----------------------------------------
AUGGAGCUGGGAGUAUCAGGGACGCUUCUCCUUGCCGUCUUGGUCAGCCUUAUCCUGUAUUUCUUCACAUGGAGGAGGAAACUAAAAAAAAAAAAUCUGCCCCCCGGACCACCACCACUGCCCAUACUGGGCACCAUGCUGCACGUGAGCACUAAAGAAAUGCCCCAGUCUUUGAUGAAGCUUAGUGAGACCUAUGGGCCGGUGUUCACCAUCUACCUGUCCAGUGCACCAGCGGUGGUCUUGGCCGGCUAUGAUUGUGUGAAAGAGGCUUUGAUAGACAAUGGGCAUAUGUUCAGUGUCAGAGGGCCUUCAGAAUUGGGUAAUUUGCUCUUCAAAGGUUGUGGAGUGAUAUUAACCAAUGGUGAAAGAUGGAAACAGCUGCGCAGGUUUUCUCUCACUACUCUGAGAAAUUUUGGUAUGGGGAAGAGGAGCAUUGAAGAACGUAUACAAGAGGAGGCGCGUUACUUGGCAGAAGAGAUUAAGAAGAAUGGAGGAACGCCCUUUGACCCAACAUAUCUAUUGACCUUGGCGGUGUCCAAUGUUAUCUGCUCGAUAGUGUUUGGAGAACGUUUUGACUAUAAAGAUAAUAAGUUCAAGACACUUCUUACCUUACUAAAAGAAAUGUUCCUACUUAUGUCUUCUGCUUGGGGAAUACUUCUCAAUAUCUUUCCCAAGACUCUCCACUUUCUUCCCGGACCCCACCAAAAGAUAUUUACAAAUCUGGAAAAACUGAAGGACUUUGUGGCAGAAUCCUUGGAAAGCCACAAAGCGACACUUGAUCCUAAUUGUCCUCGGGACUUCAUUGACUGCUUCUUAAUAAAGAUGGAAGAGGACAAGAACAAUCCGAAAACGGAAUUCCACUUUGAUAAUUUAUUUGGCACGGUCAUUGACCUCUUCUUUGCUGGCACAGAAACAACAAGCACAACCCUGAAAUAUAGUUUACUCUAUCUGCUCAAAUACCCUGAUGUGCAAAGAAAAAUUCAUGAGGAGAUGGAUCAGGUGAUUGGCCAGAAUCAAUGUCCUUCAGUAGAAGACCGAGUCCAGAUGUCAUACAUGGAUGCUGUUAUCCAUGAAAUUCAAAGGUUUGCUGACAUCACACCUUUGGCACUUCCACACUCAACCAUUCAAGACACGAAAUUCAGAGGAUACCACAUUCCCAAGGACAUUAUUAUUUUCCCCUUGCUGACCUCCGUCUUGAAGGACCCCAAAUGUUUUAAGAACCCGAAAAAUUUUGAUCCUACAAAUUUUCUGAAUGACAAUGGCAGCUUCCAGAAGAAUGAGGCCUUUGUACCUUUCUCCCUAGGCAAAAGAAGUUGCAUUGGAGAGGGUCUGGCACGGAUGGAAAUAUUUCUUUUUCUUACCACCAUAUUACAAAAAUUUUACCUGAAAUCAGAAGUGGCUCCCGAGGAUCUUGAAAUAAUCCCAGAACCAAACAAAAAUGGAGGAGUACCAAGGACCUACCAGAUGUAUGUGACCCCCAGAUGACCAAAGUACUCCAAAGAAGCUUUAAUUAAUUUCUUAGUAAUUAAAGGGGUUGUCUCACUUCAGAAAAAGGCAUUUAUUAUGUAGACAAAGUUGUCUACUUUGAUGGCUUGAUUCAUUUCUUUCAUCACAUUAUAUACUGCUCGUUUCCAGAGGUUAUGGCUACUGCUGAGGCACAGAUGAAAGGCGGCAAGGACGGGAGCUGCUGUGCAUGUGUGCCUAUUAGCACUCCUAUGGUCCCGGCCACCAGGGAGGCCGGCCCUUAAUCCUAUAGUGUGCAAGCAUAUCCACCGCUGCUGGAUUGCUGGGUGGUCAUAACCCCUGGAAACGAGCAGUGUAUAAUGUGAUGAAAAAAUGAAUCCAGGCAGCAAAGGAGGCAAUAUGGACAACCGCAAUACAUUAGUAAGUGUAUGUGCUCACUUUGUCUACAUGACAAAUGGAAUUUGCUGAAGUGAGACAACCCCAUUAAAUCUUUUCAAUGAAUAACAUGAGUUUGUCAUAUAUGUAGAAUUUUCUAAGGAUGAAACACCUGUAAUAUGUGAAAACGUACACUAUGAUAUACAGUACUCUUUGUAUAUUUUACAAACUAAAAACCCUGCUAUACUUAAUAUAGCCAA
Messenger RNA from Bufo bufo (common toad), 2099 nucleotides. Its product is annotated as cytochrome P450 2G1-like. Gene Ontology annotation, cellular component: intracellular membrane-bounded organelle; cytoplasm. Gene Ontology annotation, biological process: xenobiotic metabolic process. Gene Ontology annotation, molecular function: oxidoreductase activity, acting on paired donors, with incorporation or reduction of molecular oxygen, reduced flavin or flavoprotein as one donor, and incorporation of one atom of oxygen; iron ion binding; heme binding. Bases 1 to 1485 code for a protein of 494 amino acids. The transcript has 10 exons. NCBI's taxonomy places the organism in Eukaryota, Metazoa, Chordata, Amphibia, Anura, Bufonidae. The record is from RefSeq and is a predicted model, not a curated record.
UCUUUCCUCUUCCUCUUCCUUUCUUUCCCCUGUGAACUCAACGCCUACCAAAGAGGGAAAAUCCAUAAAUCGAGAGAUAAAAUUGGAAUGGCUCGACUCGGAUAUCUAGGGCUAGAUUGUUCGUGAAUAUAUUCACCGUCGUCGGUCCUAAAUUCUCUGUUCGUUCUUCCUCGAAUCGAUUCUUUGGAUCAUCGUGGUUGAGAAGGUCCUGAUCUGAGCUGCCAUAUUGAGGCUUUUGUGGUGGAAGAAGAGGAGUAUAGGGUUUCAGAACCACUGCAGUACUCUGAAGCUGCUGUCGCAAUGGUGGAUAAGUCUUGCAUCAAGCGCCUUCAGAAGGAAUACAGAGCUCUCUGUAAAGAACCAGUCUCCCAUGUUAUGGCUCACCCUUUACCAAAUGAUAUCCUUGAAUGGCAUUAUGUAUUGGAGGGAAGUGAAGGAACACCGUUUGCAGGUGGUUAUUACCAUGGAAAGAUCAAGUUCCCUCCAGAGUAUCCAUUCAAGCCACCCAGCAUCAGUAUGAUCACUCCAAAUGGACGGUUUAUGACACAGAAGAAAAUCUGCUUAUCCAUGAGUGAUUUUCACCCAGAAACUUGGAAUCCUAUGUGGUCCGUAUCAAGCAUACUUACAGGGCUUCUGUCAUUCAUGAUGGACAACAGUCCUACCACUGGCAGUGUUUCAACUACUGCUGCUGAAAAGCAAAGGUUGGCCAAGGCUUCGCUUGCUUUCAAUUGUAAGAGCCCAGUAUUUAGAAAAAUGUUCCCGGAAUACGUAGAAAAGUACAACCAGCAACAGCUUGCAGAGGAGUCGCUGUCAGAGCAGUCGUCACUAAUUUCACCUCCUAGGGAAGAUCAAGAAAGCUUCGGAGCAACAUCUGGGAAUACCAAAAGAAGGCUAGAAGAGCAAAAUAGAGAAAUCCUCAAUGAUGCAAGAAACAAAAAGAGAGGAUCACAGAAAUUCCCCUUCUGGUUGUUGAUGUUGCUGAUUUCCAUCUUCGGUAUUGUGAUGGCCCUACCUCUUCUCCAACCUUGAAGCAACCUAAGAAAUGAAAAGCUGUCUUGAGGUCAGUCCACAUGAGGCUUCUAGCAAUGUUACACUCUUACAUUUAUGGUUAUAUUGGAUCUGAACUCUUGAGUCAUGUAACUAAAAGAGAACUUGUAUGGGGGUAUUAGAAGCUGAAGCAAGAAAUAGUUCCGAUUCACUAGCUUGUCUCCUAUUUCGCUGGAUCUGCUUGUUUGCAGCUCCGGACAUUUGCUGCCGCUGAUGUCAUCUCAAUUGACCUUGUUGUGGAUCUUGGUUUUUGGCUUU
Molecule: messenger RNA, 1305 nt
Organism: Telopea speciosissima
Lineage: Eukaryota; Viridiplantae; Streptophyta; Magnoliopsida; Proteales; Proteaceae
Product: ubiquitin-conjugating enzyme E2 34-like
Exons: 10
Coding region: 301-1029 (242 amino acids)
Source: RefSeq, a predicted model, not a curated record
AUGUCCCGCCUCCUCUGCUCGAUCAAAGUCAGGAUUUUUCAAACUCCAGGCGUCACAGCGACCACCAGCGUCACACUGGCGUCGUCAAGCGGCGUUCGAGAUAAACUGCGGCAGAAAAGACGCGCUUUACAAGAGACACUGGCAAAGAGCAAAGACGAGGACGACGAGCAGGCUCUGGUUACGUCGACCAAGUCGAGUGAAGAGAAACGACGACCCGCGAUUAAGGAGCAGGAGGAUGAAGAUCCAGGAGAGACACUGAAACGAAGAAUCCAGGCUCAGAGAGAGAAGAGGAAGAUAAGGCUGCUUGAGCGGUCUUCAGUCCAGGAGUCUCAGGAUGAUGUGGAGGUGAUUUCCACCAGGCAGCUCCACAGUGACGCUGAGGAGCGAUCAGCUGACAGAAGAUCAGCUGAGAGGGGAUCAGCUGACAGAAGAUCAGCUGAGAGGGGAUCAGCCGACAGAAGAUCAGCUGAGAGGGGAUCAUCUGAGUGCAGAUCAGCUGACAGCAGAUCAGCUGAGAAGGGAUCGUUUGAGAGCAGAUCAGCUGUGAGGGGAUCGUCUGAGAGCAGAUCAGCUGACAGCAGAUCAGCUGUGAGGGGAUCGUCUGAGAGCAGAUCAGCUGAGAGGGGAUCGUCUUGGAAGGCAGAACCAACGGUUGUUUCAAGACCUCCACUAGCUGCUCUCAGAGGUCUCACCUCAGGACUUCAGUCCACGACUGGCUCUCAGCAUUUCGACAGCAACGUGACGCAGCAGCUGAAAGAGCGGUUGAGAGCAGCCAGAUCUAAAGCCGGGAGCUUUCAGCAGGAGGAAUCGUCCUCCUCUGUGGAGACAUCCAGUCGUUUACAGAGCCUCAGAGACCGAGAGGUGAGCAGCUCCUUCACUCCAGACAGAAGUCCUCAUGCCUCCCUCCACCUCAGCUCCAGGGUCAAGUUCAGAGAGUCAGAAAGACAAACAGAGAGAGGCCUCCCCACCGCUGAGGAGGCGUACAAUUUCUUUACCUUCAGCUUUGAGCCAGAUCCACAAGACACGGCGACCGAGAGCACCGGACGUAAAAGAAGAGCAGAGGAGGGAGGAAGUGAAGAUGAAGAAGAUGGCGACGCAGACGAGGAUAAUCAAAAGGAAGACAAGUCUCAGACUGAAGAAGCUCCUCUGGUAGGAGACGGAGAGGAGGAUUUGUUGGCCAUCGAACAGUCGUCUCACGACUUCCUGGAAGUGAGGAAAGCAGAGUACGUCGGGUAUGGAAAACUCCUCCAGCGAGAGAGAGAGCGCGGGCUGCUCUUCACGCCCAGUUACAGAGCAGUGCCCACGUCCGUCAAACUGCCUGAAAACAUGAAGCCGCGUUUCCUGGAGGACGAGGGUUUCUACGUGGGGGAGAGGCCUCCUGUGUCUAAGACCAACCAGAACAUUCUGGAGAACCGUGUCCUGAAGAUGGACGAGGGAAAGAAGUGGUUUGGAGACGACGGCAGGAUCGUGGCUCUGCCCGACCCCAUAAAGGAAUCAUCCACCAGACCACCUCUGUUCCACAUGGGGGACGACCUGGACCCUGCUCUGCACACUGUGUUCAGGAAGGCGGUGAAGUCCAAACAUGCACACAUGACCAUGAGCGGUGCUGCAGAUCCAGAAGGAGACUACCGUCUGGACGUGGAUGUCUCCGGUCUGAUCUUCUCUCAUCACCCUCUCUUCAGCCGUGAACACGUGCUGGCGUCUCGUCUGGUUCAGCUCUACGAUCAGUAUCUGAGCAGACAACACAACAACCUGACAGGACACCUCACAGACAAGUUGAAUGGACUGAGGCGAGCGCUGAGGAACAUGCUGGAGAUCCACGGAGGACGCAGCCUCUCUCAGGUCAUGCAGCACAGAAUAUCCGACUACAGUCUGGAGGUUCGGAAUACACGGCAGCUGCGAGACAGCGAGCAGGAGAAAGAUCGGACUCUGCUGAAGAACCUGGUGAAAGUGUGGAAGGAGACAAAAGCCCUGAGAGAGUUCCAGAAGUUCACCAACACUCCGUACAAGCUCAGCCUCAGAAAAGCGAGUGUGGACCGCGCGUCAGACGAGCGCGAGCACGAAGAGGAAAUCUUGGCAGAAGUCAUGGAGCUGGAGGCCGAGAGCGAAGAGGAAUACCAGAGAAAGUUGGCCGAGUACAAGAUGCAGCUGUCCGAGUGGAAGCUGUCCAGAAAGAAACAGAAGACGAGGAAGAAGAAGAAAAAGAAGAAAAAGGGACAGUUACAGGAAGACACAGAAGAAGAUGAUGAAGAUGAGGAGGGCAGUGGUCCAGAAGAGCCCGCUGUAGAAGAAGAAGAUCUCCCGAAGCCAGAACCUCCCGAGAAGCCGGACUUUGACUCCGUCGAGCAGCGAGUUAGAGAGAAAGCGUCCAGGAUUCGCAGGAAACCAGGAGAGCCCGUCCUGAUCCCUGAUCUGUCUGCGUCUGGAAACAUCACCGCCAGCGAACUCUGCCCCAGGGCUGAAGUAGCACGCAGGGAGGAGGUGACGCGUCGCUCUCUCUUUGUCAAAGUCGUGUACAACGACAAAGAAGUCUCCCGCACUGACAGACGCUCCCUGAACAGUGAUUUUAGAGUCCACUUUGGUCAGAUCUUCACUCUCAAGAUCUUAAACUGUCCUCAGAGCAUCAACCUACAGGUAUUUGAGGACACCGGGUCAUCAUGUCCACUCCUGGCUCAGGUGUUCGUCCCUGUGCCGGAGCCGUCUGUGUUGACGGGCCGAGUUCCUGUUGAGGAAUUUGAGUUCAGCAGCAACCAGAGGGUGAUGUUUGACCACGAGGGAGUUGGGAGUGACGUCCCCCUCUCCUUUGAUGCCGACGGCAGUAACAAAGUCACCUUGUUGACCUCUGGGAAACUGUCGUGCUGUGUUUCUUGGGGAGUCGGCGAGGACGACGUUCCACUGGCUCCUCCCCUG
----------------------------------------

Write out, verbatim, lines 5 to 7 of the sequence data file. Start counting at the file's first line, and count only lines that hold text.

Organism: Telopea speciosissima
Lineage: Eukaryota; Viridiplantae; Streptophyta; Magnoliopsida; Proteales; Proteaceae
Product: ubiquitin-conjugating enzyme E2 34-like